The Supreme Court properly denied that branch of the defendants' motion which was [*2]for summary judgment dismissing the complaint on the ground that the plaintiff did not sustain a serious injury within the meaning of Insurance Law § 5102 (d). The defendants' submissions were insufficient to establish, prima facie, that the injured plaintiff did not sustain a serious injury to his right wrist within the permanent consequential limitation or significant limitation categories of Insurance Law § 5102 (d) as a result of the subject accident. The defendants' expert, Dr. Rene Elkin, conducted only a neurologic examination of the injured plaintiff, and deferred to an orthopedist with respect to any injury to the injured plaintiff's wrist. While Dr. Win Chang, one of the treating orthopedists, did state in progress notes that the injured plaintiff had full range of motion with discomfort upon movement of the wrist, Dr. Chang failed to set forth any objective tests that were performed to arrive at that conclusion (see Perez v Fugon, 52 AD3d 668, 669 ; Giammanco v Valerio, 47 AD3d 674, 675 ). Another treating orthopedist, Dr. Stuart Elkowitz, made no statement in his progress notes regarding any objective range of motion testing of the injured plaintiff's wrist.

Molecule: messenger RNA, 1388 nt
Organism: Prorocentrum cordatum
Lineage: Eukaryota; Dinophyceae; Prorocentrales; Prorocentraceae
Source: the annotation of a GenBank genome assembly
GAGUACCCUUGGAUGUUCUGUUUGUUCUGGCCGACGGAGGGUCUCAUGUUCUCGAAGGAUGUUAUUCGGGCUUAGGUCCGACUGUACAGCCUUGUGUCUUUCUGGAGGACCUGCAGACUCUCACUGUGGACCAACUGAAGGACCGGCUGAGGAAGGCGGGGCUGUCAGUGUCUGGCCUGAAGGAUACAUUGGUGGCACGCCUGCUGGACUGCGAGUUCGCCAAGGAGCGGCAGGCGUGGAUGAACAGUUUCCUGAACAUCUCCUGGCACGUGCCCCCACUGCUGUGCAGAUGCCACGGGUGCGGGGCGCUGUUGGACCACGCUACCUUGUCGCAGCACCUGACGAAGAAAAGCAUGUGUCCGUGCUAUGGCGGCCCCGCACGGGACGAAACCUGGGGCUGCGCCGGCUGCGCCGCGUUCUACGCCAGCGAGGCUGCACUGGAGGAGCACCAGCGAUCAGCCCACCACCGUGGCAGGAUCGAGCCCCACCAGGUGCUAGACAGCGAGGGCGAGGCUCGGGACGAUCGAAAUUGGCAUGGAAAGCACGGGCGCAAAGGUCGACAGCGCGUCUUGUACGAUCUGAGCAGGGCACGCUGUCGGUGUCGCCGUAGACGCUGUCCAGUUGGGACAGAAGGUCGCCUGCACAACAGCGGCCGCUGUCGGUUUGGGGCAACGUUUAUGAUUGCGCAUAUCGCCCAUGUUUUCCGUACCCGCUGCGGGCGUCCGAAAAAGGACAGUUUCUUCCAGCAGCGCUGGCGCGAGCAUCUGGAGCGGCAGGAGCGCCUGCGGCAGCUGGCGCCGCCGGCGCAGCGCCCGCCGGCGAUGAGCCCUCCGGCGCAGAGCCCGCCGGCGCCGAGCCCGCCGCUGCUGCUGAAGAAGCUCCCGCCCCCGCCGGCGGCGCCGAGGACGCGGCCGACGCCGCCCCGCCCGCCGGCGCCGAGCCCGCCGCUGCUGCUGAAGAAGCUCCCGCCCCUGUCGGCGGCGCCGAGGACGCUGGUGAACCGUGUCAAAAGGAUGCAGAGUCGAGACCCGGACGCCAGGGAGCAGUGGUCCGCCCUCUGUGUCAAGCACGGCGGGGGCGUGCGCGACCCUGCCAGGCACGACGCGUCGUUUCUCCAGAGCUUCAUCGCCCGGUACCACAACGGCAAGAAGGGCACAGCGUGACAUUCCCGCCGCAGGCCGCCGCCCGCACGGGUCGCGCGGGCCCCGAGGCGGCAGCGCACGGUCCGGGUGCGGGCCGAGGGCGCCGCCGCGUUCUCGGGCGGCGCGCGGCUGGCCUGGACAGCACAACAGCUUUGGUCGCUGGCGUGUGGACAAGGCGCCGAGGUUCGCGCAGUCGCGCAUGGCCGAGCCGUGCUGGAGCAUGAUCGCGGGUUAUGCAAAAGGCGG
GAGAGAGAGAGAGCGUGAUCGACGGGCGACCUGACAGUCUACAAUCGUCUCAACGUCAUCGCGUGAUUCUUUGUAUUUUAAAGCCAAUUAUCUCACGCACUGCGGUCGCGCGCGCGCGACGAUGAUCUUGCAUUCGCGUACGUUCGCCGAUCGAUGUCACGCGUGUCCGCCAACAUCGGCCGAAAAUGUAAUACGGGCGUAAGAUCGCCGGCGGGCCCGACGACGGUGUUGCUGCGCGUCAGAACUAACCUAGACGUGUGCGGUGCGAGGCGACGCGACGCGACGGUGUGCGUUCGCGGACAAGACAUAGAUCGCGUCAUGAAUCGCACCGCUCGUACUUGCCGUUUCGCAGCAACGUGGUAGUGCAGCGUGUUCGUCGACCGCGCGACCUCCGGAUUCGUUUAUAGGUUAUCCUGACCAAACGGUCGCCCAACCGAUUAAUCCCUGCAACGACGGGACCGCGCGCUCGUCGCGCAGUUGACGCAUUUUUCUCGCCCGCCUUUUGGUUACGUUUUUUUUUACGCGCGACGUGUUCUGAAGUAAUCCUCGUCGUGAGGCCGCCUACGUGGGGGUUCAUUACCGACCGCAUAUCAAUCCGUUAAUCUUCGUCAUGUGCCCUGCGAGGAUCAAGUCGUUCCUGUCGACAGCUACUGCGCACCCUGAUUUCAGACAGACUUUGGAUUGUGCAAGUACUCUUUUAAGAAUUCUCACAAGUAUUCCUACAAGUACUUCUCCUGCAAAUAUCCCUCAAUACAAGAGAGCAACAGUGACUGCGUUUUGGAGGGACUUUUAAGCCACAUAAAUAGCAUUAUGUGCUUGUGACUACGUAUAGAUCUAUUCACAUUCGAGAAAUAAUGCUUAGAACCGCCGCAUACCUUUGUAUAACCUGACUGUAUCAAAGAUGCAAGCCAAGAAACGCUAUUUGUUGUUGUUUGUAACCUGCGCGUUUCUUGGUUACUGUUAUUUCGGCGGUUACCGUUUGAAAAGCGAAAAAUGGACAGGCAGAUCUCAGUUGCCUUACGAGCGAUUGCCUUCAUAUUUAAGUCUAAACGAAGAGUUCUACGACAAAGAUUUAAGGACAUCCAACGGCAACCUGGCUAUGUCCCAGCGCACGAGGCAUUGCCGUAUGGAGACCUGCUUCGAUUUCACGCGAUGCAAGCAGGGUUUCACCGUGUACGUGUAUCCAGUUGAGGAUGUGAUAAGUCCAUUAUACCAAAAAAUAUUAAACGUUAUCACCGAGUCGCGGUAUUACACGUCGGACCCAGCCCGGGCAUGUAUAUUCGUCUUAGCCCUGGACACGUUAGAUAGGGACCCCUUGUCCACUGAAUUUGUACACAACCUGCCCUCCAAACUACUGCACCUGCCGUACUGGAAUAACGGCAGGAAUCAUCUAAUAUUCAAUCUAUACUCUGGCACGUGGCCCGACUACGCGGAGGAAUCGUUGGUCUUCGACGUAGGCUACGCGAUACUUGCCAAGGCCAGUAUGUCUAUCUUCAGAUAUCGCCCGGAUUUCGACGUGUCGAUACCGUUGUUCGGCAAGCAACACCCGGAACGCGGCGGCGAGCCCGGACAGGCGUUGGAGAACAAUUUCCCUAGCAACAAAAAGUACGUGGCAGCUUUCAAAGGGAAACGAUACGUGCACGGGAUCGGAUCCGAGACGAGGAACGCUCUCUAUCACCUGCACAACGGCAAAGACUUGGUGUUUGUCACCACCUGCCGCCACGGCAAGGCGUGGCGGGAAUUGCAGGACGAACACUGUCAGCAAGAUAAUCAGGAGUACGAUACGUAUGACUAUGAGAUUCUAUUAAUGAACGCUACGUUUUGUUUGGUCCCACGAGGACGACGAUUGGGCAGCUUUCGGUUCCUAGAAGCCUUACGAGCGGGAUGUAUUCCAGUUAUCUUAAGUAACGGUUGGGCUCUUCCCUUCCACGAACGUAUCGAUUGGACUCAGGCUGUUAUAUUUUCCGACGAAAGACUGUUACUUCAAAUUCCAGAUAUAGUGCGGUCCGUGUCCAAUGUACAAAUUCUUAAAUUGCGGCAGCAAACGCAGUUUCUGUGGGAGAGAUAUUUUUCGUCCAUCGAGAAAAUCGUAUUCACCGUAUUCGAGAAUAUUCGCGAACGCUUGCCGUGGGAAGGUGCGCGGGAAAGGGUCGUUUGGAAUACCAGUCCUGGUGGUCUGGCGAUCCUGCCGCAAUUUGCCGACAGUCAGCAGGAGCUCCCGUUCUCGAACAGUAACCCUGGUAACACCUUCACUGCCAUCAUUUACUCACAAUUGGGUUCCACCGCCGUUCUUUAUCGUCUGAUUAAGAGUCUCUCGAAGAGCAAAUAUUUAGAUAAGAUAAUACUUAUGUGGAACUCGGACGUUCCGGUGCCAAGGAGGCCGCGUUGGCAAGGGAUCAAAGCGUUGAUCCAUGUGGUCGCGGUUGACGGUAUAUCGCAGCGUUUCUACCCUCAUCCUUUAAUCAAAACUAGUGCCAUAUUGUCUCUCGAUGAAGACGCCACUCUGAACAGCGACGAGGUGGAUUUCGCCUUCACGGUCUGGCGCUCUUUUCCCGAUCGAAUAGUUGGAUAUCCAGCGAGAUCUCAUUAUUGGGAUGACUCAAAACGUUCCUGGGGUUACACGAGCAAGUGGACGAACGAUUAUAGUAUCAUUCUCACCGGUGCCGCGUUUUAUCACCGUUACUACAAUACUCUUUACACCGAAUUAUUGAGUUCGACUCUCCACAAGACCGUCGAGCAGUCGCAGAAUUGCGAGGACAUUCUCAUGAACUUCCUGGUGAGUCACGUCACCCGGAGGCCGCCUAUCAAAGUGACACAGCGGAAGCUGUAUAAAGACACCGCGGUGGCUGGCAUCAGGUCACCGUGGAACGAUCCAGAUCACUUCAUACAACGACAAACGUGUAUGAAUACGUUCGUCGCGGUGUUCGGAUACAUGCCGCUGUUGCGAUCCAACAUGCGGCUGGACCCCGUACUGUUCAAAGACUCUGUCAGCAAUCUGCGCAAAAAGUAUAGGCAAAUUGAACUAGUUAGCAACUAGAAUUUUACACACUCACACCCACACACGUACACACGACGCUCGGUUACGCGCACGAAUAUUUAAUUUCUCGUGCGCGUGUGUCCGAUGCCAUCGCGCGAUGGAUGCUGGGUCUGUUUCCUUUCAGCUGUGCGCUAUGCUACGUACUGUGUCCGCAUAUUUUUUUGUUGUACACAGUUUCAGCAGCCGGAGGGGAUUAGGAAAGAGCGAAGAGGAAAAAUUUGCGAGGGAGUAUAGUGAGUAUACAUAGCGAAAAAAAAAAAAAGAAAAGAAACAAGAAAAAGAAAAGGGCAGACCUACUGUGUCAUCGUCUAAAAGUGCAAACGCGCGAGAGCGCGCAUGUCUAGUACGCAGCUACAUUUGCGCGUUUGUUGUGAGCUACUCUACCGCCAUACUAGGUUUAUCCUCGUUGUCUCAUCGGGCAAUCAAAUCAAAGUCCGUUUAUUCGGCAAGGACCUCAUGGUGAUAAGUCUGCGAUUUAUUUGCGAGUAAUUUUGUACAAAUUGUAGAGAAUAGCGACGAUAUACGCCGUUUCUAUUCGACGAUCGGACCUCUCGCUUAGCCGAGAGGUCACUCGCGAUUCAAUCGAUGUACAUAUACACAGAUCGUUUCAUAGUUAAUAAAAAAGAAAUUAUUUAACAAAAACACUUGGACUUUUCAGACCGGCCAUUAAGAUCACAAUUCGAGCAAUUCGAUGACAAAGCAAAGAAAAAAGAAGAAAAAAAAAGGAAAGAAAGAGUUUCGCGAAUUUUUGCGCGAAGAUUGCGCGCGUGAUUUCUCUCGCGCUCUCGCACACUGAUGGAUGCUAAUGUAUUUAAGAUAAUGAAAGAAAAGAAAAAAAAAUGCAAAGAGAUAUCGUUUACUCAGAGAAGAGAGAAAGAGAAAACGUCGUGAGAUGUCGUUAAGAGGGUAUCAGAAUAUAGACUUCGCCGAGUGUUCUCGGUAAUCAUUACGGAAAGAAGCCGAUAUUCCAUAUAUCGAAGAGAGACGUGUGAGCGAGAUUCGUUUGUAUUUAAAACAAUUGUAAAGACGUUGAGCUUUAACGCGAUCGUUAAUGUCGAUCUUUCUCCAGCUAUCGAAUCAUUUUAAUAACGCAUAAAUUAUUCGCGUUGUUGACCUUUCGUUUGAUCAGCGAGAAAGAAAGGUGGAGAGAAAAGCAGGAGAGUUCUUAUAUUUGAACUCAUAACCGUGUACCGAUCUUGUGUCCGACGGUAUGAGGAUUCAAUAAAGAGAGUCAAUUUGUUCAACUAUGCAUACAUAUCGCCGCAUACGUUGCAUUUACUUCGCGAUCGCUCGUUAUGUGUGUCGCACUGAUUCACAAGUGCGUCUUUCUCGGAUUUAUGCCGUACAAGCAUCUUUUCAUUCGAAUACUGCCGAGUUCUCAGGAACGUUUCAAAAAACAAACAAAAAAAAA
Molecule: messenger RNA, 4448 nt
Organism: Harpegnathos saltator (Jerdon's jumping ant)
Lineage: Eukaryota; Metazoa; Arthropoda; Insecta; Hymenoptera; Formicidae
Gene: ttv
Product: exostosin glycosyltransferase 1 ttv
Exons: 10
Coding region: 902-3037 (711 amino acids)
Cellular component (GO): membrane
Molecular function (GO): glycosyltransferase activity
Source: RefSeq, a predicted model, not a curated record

The defendants also failed to establish, prima facie, that the wrist injury was entirely preexisting and not causally related to the subject accident. A preexisting condition does not foreclose a finding that the injuries were causally related to the accident (see Matthews v Cupie Transp. Corp., 302 AD2d 566 ). The injured plaintiff alleged that his wrist was injured in the subject accident and that the injury persisted, ultimately requiring surgery in February 2010. An MRI of his right wrist, performed in October 2007, showed "evidence of considerable osteochondral injury in the volar aspect of the lunate and triquetrum," and degeneration of the "triangular fibrocartilage complex" without any tear, all of which was "compatible with the clinical diagnosis of chronic ulnocarpal impingement." The February 2010 operative report of the orthopedic surgeon noted a central tear of the triangular fibrocartilage complex. This evidence did not eliminate a triable issue of fact as to whether the injured plaintiff sustained the wrist injury as a result of the subject accident or sustained an exacerbation of a preexisting condition as a result of the accident (see Pfeiffer v New York Cent. Mut. Fire Ins. Co., 71 AD3d 971 ).